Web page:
Now is not exactly an ideal environment in which to launch a new product but Apple can’t hold products indefinitely. Who knows how long these world conditions will last. Delaying a MacBook’s release just pushes the entire roadmap further back. So, here’s a new MacBook Air.
The 2018 Retina Air took far too long to come to market, and when it did arrive it was unsatisfactory because of the price point. Apple sold it for $1199, even with a paltry 128 GB SSD as standard. Last year, they discounted the identical configuration to $1099. Now, they have finally got it below a grand. The MacBook Air has returned to the $999 sweet spot, featuring at least 256 GB storage, latest-generation Intel CPUs, and a reliable keyboard that is widely praised.
It has been a long time since the MacBook lineup has felt sane. Between protracted Retina transitions, price hikes and the butterfly keyboard fiasco, it has been a very tumultuous decade for Apple’s laptops. With the 2020 Air in hand, we are getting close to a baseline of normality once again.
The last domino to fall is the 13.3-inch MacBook Pro. The happy path is for it to get replaced by a sleek 14-inch MacBook Pro with slim bezels. What I think might actually happen is the 13.3-inch is spec-bumped with the new keyboard, and the 14-inch model slots in between that and the 16-inch. Even in the second scenario, though, I think it would be fair to say that the Mac laptop lineup was in good standing, with well-defined product SKUs across the board. So I look forward to the MacBook story being tied up by year’s end.
The Mac mini ‘update’ is a bit pathetic, but Mac mini fans are well accustomed to being ignored for years at a time. Apple’s renewed focus on pro machines clearly does not mean regular processor updates for every single model.
WWDC is all but confirmed not to be happening this year, at least not in the usual sense. Whereas Apple corporate employees may not be wholly prepared to work remotely this week, Apple is well equipped to run a venue-less WWDC for the community.
The day-one keynote will surely be held at Steve Jobs Theater, maybe inviting only a few dozen press and retail staff to fill the seats. The general media attention for the WWDC keynote may pale in comparison to the September iPhone event, but it’s still big enough that Apple will want to give its new major operating system updates the proper justice of a prepared presentation unveiling.
Apple has recorded WWDC sessions and put them online for ever, and in the last few years began live-streaming sessions for anyone not in the room to follow along with. This year, with no physical presence, Apple engineers due to present developer sessions in-person can instead rehearse and record videos in advance. In fact, they could publish all of them immediately following the keynote, alongside the beta OS releases. They don’t have the usual scheduling constraints of the convention centre.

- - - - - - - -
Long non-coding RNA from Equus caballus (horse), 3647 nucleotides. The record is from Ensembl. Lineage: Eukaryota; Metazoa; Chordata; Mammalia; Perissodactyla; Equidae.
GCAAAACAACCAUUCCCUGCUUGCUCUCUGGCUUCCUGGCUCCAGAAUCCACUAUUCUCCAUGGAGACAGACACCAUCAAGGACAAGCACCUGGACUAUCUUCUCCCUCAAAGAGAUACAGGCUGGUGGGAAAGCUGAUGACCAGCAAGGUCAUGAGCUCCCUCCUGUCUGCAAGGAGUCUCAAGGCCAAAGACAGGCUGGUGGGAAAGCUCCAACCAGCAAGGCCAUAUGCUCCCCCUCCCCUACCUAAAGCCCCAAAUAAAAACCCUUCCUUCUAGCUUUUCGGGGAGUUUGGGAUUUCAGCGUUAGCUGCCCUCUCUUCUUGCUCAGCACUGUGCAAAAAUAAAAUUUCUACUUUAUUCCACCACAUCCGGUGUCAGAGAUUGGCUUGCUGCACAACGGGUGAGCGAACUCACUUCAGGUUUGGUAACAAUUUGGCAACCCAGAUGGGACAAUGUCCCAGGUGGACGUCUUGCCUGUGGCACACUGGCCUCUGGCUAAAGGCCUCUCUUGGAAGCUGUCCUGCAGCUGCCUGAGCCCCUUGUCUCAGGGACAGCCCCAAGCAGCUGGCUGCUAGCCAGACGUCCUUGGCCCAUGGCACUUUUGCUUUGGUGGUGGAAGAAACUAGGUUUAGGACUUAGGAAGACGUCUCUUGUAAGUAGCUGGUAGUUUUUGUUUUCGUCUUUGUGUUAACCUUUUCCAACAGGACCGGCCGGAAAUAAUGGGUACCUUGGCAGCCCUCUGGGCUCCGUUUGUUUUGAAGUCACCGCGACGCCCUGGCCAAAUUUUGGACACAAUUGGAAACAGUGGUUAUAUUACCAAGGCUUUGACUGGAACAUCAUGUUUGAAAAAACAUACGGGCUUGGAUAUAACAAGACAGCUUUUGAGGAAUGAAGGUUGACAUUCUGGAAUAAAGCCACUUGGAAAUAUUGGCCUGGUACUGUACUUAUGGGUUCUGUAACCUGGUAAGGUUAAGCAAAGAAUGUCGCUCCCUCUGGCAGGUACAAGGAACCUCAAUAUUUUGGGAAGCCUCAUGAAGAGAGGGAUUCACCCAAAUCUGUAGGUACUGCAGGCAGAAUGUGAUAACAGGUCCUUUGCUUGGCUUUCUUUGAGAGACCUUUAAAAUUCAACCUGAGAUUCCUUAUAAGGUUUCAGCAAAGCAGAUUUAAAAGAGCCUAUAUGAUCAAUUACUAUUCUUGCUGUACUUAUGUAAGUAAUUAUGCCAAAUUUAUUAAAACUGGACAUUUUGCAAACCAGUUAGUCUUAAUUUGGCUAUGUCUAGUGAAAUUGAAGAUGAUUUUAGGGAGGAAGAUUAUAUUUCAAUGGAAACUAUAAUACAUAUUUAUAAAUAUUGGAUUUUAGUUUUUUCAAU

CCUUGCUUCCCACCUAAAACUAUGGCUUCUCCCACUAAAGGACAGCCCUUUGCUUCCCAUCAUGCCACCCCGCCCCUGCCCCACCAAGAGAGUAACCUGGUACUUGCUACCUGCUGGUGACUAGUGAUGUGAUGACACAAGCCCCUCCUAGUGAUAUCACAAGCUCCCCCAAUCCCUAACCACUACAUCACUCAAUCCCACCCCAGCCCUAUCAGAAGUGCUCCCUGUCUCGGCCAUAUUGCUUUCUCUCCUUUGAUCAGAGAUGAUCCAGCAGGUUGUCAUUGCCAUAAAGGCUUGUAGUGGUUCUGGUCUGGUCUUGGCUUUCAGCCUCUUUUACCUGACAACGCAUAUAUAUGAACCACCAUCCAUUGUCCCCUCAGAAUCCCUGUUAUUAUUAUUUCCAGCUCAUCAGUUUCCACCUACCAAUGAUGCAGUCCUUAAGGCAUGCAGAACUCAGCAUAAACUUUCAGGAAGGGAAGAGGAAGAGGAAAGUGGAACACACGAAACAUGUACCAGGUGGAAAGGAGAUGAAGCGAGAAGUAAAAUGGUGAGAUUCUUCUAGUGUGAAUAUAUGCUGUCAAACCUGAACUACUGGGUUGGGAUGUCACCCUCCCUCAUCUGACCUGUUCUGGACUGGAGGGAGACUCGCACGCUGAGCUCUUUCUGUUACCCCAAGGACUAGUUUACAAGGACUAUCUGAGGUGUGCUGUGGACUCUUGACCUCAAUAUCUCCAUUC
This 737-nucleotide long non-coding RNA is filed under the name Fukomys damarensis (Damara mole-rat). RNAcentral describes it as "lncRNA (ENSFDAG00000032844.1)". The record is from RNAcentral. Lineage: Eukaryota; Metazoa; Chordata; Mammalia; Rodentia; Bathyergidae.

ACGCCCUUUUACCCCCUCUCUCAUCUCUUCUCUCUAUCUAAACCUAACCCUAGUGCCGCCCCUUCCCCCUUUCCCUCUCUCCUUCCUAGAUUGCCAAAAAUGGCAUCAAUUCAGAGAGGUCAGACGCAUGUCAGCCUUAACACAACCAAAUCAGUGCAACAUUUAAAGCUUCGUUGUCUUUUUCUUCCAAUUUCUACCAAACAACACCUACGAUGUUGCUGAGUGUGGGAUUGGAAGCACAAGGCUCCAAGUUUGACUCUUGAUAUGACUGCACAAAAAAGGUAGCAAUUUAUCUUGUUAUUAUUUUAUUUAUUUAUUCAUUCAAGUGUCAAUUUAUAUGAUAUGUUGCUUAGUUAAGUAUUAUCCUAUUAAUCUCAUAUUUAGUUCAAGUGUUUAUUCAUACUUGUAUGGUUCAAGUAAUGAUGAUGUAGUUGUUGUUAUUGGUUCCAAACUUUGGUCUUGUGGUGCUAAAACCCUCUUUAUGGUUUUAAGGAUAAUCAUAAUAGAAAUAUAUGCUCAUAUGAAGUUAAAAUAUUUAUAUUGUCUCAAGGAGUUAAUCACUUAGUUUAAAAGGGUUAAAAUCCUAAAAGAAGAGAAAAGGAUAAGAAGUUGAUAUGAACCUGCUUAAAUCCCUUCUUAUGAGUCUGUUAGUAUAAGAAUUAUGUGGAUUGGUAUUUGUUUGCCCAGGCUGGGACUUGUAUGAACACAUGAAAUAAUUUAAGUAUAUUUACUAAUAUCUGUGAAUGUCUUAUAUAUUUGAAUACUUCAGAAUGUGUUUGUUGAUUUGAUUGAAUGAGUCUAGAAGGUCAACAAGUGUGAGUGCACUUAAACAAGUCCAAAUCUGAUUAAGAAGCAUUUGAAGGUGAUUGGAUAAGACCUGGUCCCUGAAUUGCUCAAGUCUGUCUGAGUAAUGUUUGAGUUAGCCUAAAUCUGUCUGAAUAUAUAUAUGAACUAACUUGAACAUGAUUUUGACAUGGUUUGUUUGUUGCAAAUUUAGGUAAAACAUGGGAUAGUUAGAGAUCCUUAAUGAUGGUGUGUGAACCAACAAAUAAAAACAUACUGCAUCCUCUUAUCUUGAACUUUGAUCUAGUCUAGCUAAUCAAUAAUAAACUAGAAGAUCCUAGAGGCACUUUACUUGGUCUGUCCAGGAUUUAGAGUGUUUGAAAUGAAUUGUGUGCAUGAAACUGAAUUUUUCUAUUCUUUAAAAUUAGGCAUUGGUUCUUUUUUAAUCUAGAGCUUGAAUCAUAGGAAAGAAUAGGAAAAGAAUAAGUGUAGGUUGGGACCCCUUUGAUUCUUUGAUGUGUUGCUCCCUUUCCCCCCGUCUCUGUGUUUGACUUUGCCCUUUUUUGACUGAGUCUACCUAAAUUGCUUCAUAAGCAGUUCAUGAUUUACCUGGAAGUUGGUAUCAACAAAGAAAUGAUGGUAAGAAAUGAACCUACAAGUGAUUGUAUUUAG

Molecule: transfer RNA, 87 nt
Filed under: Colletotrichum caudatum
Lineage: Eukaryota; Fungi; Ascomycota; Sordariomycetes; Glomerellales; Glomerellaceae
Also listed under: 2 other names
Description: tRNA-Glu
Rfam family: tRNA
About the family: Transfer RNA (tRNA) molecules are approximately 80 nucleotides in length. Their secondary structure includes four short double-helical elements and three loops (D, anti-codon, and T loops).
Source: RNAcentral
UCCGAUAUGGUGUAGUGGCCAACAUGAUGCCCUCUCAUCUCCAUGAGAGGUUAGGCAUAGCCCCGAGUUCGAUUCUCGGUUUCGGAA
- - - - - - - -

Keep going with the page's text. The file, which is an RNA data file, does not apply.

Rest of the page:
The biggest question mark is how does Apple replace the labs experience. You are never going to truly replace one-on-one chats with Apple engineers but you can get close. Apple could dedicate some time for the rest of WWDC week to hosting webinars or online Q&A sessions. They could also ramp up documentation and sample code efforts to mitigate the lack of face-to-face labs.
Also, WWDC does not have to be confined to the one week in June. In the past, Apple has held one-day “Tech Talks” conferences in countries around the world, at all sorts of times of the year. For instance, the last Tech Talks were run in early 2016 to discuss how to develop tvOS apps; the Apple TV was announced in September and therefore skipped the WWDC cycle that year. I can definitely see Apple planning Tech Talks-esque events as a WWDC substitute, whenever the coronavirus risks subside.
I’ve seen some people ponder if Apple would change their product schedules because of the the lack an in-person WWDC, like whether Apple would postpone announcing the Intel ARM to Mac transition because they need the physical sessions and labs to get developers onboard. Personally, I doubt Apple has any reservations of that nature. WWDC holds outsize importance in the tech community because so many podcasters and influencers of said community are privileged enough to attend. The reality is WWDC caters to a very small slice of the overall Apple developer ecosystem. The conference hosts 5000 people, but Apple has over 20 million registered developers. It’s worth remembering that the vast, vast, majority of App Store apps were made by people who have never attended a WWDC lab in their life.
Selfishly, I am quite happy that Tech Talks 2020 are likely going to be a thing. The UK was one of the countries they visited last time they did them, so no reason for them not to come back here. That means I will be able to go to an official Apple developer event for the first time ever.
Apple’s messaging on TV+ has been very consistent, new content only, and yet people keep asking them about this or that show, or this studio, as if it is incredulous to think that Apple is not looking for existing content to buy up. I could understand the questioning if there were continuing reports about Apple chasing down franchises, but Hollywood is pretty leaky and it has (basically) been radio silence on that front.